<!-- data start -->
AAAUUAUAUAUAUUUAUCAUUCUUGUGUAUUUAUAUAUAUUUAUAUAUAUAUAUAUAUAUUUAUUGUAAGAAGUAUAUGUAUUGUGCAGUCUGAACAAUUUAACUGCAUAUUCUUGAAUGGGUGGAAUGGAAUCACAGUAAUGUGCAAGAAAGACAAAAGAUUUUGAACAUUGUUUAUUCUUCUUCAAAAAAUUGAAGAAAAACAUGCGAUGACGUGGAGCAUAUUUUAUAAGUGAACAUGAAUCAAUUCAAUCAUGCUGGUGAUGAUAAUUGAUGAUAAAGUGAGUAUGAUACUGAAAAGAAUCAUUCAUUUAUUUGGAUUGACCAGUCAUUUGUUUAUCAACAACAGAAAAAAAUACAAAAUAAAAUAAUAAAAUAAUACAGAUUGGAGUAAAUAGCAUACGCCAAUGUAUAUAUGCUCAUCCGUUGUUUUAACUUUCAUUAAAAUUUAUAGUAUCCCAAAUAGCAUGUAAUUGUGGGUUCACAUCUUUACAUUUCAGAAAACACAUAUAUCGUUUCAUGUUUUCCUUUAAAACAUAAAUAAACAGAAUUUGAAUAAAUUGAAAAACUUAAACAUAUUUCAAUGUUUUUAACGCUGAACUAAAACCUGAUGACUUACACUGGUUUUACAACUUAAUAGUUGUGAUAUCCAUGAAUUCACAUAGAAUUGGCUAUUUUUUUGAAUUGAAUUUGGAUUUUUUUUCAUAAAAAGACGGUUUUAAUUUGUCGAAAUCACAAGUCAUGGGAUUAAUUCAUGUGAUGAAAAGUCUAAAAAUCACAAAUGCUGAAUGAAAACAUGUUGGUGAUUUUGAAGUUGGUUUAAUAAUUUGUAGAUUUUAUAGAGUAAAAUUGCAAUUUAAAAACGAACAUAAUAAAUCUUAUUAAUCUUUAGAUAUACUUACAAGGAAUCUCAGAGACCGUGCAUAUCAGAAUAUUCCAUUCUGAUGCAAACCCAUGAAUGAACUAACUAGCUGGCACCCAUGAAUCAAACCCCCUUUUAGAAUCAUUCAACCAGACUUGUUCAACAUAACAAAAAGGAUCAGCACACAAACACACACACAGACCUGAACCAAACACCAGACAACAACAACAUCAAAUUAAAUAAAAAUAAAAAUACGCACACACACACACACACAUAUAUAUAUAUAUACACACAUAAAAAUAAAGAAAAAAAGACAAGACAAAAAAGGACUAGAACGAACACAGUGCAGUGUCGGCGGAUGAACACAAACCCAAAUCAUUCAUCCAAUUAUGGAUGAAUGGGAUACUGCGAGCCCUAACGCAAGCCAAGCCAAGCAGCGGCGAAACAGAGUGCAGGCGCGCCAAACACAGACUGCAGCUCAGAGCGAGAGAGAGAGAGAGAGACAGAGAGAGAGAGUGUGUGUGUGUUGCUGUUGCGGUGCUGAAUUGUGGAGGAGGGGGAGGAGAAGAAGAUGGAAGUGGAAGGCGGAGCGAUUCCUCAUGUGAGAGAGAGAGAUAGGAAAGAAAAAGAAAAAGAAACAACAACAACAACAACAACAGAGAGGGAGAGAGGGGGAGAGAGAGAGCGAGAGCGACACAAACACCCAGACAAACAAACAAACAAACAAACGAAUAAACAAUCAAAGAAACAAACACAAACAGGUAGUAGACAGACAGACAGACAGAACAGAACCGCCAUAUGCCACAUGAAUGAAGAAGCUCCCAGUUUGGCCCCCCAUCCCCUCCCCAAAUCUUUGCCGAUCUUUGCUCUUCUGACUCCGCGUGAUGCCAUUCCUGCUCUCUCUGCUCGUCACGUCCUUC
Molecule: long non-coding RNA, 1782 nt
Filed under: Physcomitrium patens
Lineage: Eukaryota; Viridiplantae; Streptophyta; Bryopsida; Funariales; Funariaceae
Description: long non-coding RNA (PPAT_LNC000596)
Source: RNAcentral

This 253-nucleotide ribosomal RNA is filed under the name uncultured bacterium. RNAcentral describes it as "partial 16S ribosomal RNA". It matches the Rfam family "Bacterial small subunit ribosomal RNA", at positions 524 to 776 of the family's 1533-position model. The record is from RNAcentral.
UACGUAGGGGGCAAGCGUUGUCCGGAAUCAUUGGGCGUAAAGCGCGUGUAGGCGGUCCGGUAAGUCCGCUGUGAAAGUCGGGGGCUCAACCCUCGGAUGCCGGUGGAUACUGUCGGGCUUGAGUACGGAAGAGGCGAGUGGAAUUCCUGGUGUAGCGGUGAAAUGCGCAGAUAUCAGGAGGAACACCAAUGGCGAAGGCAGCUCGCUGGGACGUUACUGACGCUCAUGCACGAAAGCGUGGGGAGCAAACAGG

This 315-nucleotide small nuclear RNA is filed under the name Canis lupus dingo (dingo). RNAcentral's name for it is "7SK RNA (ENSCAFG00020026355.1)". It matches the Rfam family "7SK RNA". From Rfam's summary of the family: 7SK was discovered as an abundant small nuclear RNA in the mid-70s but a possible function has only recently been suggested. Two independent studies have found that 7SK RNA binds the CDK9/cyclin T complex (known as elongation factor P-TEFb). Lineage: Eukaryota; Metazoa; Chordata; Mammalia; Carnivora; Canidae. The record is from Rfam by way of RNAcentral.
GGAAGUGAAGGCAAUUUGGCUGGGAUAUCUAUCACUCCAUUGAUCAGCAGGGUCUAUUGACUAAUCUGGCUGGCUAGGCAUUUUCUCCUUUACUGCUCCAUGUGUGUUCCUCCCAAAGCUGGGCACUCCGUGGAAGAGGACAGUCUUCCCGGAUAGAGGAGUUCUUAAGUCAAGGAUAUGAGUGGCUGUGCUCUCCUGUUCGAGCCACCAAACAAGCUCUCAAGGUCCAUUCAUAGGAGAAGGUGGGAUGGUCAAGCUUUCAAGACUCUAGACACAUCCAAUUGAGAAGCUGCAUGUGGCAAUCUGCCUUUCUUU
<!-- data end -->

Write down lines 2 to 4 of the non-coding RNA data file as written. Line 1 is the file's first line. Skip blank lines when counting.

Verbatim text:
Molecule: long non-coding RNA, 1782 nt
Filed under: Physcomitrium patens
Lineage: Eukaryota; Viridiplantae; Streptophyta; Bryopsida; Funariales; Funariaceae